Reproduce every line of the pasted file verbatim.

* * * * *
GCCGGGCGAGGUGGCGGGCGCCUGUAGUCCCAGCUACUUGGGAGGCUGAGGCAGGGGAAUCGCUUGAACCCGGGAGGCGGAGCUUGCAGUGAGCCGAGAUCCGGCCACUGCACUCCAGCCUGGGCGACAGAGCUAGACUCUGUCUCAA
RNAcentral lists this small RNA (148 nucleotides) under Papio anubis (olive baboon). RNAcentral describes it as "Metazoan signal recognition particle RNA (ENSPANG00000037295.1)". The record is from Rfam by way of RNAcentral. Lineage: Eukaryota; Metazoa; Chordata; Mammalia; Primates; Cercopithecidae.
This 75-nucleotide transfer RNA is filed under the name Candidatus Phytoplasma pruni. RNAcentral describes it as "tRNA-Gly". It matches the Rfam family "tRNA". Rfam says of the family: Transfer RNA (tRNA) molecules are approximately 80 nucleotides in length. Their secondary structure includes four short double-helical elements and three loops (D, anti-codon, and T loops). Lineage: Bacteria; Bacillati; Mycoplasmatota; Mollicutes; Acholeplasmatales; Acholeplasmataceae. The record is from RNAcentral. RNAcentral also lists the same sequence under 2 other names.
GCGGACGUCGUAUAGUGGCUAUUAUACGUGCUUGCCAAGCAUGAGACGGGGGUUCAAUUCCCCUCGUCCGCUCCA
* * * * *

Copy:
GCCGGGCGAGGUGGCGGGCGCCUGUAGUCCCAGCUACUUGGGAGGCUGAGGCAGGGGAAUCGCUUGAACCCGGGAGGCGGAGCUUGCAGUGAGCCGAGAUCCGGCCACUGCACUCCAGCCUGGGCGACAGAGCUAGACUCUGUCUCAA
RNAcentral lists this small RNA (148 nucleotides) under Papio anubis (olive baboon). RNAcentral describes it as "Metazoan signal recognition particle RNA (ENSPANG00000037295.1)". The record is from Rfam by way of RNAcentral. Lineage: Eukaryota; Metazoa; Chordata; Mammalia; Primates; Cercopithecidae.
This 75-nucleotide transfer RNA is filed under the name Candidatus Phytoplasma pruni. RNAcentral describes it as "tRNA-Gly". It matches the Rfam family "tRNA". Rfam says of the family: Transfer RNA (tRNA) molecules are approximately 80 nucleotides in length. Their secondary structure includes four short double-helical elements and three loops (D, anti-codon, and T loops). Lineage: Bacteria; Bacillati; Mycoplasmatota; Mollicutes; Acholeplasmatales; Acholeplasmataceae. The record is from RNAcentral. RNAcentral also lists the same sequence under 2 other names.
GCGGACGUCGUAUAGUGGCUAUUAUACGUGCUUGCCAAGCAUGAGACGGGGGUUCAAUUCCCCUCGUCCGCUCCA